Trial decides the fate of the accused as either guilty or innocent, however an accused shouldn’t be incarcerated unjustly for a long period of time awaiting trial before being convicted. This was held in the judgment passed by a two bench judge comprising JUSTICES S.S. SHINDE & N.J. JAMADAR in the matter Iqbal Ahmed Kabir Ahmed V. The State of Maharashtra (CRIMINAL APPEAL NO.355 OF 2021) dealt with an issue where the petitioner filed appeal under section 21 of the National Investigation Agency Act, 2008 (NIA Act) is directed against an order dated 27th May, 2019 passed by the learned Special Judge on an application whereby the said application for bail came to be rejected.
The appellant has been registered by NIA for the offences punishable under section 120B and 471 of Indian Penal Code and sections 13, 16, 18, 18B, 20, 38 and 39 of Unlawful Activities (Prevention) Act, 1967 (UAPA) and section 4, 5 and 6 of the Explosives Substances Act, 1908 (the Explosives Act).
In the backdrop of the aforesaid nature of the accusations, the learned Special Judge was persuaded to reject the prayer for release on bail.
The counsel for the appellant urged that the learned special Judge committed a manifest error in negating the prayer for bail. According to Mr. Mihir Desai, the learned special Judge fell in error in not properly appreciating the role attributed to accused No. 3.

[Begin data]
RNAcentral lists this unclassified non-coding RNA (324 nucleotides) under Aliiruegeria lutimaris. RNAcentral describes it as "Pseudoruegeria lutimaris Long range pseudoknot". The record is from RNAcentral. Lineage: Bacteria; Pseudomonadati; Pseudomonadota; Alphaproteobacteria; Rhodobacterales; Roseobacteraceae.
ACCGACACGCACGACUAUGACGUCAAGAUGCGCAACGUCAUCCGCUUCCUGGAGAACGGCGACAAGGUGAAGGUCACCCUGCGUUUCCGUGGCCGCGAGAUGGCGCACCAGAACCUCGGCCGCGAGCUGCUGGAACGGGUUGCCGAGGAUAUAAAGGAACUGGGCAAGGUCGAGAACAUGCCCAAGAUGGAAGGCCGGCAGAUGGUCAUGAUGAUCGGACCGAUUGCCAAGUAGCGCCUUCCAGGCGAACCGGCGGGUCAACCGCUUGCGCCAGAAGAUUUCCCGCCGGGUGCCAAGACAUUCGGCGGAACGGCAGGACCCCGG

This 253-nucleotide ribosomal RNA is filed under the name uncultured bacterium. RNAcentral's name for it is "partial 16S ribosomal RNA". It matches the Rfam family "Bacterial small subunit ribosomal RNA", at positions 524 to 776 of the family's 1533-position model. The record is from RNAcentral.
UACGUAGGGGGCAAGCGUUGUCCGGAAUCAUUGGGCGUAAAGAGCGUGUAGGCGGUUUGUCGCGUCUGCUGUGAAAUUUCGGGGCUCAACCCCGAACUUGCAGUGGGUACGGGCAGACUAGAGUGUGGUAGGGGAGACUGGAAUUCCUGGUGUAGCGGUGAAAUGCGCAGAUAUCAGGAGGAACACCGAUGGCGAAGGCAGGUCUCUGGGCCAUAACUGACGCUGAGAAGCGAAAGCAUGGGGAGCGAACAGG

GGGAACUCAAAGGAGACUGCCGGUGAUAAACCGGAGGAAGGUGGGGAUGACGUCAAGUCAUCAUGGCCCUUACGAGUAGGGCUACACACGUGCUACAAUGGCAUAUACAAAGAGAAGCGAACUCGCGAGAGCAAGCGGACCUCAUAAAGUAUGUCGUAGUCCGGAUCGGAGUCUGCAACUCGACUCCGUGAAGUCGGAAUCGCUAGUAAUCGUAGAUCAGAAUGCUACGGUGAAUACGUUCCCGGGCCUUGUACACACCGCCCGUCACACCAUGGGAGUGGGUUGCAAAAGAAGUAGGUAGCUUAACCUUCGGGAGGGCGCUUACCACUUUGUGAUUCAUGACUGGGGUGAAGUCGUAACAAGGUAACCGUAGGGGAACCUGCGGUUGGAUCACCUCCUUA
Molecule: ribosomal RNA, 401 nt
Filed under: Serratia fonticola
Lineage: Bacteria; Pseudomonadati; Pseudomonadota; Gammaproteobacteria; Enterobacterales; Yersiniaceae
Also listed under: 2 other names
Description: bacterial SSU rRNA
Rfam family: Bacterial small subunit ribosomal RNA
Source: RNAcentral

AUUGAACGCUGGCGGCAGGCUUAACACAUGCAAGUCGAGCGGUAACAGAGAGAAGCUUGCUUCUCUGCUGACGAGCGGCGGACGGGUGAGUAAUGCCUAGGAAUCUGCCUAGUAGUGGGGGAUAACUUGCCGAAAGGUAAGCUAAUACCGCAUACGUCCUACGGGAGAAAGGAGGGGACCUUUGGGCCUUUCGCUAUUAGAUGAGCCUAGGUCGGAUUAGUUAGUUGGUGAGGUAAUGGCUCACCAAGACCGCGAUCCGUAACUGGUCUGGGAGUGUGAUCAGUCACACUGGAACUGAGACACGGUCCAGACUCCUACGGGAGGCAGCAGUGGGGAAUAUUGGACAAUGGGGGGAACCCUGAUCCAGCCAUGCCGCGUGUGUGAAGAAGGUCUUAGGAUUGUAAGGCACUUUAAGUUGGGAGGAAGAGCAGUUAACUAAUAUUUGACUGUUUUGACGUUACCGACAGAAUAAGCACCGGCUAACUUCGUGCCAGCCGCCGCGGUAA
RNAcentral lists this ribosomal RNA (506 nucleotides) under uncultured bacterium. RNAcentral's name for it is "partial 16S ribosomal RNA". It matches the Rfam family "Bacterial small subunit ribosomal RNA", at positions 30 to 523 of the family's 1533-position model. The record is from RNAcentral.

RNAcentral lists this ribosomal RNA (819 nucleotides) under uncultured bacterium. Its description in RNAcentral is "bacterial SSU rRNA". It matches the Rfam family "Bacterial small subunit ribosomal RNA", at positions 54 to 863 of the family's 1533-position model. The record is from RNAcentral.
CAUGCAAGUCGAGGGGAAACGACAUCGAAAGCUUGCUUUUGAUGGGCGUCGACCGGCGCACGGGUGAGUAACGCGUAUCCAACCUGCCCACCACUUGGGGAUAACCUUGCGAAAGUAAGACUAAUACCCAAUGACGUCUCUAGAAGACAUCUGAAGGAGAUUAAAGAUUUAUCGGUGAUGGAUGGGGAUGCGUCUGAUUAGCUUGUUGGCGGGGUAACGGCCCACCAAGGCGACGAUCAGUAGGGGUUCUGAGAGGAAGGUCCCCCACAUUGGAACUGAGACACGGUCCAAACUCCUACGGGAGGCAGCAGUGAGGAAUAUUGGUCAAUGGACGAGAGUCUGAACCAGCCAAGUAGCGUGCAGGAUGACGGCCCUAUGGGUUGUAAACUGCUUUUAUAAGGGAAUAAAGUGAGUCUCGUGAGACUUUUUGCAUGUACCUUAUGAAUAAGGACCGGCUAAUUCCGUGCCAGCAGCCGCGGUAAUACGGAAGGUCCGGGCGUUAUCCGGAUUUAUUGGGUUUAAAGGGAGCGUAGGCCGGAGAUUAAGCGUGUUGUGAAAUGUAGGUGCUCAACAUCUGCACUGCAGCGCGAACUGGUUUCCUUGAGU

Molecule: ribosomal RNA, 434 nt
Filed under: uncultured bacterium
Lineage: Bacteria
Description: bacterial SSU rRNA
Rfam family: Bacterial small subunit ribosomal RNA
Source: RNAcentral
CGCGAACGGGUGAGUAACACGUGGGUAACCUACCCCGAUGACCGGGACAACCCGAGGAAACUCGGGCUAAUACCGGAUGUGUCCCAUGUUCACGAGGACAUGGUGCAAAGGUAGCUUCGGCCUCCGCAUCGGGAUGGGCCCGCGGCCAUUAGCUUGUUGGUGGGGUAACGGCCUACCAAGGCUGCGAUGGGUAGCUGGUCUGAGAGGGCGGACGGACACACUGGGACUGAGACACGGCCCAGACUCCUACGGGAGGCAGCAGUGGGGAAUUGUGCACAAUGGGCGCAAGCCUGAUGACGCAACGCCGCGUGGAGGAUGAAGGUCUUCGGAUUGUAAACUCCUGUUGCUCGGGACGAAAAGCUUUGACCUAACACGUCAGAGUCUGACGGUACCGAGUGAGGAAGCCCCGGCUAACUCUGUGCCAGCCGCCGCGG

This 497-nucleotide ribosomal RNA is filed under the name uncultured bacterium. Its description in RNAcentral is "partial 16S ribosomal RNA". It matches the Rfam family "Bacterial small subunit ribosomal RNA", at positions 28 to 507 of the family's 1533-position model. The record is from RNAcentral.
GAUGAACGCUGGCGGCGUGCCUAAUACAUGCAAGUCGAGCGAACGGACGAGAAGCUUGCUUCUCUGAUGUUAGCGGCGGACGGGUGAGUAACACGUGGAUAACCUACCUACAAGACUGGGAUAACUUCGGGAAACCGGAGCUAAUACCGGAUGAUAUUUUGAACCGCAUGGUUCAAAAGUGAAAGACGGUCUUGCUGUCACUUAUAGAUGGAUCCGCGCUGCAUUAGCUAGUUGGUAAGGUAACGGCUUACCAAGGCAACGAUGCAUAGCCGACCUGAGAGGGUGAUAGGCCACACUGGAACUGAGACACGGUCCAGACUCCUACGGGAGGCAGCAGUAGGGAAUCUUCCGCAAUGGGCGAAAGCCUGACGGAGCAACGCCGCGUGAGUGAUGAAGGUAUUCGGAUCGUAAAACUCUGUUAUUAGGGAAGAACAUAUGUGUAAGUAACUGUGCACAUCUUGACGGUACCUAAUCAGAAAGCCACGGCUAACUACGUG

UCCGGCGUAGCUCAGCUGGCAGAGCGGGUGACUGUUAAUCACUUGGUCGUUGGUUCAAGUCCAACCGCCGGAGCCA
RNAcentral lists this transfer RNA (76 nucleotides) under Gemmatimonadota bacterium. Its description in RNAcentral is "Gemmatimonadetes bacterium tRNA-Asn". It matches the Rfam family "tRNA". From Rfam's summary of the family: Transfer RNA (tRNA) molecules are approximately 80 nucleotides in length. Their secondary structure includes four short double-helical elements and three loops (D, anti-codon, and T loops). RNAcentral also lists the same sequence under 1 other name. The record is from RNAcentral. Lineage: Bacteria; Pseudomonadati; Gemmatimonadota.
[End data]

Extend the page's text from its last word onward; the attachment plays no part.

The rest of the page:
After hearing both the parties, the Hon’ble Bombay High court allowed the petition as they believed that By any standard, it is very unlikely that the trial would be concluded in a reasonable period and that the further incarceration of the appellant, in the face of extremely unlikely situation of the trial being completed in near future, would be in negation of the protection of life and personal liberty under Article 21. The denial of bail, in such circumstances would render the procedure not only unreasonable but unconscionable as well. It also held that in the right to speedy trial, in the prosecutions where the special enactments restrict the powers of the Court to grant bail, faces a competing claim of the interest of society and security of State. In such prosecutions, if the trials are not concluded expeditiously, the procedure which deprives the personal liberty for an inordinate period is then put to the test of fairness and reasonableness, envisaged by Article 21 of the Constitution. Where the period of incarceration awaiting adjudication of guilt become unduly long, the right to life and the protection of fair and reasonable procedure, envisaged by Article 21, are jeopardized.